The media’s appetite for things that cause or prevent cancer can be as notable for its sheer volume as for – in some cases – its hype. And food is a key area of interest, because everyone can relate to the latest headlines on bacon or broccoli.
Rarely a week goes by without headlines on the latest “cancer-busting” food or, at the other end of the spectrum, the unexpected perils of pop. So a research article with the intriguing title ‘Is everything we eat associated with cancer? A systematic cookbook review‘, published in the American Journal of Clinical Nutrition recently, couldn’t fail to catch our attention.
This review looked at a selection of cookbook ingredients to see if they had been investigated for links to cancer. The researchers found that most of the 50 foods they looked at had been associated with an increased or decreased cancer risk in the scientific literature.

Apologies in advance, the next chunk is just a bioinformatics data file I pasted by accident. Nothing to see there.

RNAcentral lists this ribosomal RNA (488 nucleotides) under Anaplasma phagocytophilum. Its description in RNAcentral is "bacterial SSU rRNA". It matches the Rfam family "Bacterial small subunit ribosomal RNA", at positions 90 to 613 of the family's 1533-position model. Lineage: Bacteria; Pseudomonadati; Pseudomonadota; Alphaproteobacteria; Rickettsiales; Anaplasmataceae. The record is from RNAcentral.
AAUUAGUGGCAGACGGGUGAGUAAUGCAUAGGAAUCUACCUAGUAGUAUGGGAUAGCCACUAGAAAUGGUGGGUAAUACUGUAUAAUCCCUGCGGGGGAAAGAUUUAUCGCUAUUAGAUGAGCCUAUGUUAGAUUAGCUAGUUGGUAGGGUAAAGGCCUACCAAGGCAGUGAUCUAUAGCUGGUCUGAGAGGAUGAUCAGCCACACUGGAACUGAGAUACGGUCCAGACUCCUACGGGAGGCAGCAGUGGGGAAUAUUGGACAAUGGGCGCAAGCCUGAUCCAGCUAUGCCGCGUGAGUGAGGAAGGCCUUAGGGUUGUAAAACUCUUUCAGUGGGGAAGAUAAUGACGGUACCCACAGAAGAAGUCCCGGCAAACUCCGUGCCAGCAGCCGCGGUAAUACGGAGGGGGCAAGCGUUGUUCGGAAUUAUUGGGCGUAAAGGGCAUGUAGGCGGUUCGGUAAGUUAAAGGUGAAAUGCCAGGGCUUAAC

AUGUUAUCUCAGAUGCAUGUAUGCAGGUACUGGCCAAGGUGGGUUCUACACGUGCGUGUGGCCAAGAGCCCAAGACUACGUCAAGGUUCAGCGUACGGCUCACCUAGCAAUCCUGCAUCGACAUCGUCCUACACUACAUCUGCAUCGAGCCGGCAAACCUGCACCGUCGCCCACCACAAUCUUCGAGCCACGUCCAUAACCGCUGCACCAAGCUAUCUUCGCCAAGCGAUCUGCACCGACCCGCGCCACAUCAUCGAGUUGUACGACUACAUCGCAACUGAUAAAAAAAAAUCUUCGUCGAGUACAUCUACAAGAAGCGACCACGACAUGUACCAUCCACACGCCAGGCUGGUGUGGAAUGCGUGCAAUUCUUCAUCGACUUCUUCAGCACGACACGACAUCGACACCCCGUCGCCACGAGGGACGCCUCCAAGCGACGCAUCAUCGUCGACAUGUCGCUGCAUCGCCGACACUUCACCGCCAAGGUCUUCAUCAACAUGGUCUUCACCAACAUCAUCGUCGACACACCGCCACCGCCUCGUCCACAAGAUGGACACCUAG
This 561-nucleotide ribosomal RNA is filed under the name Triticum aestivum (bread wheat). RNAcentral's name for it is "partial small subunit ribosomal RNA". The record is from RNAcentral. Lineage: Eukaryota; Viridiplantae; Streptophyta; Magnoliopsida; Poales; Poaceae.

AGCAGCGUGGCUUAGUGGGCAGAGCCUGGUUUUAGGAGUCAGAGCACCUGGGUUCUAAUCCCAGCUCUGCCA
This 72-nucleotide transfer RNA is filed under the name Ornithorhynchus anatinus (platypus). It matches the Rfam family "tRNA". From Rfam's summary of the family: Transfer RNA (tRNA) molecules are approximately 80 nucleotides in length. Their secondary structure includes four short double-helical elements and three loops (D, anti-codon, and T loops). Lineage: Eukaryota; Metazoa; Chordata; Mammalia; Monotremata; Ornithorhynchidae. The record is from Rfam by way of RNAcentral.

But is this a testament to the power of different foods over our chance of developing cancer? Or is it proof that scientists just can’t make their mind up?
In fact it’s neither. The most important finding of the review was that single studies often found links that had only weak evidence behind them.
The research provokes thoughts about why we do research, how much one study on its own can tell us, and the value of considering the balance of evidence.
Perhaps most importantly, is also raises questions about how much detail scientists and the media provide as context when they present results to the public.
And rather ironically, and worryingly, one paper decided this study warranted the conclusion that there is ‘no proven link between foods and cancer’. This is clearly not the case, as we explain below.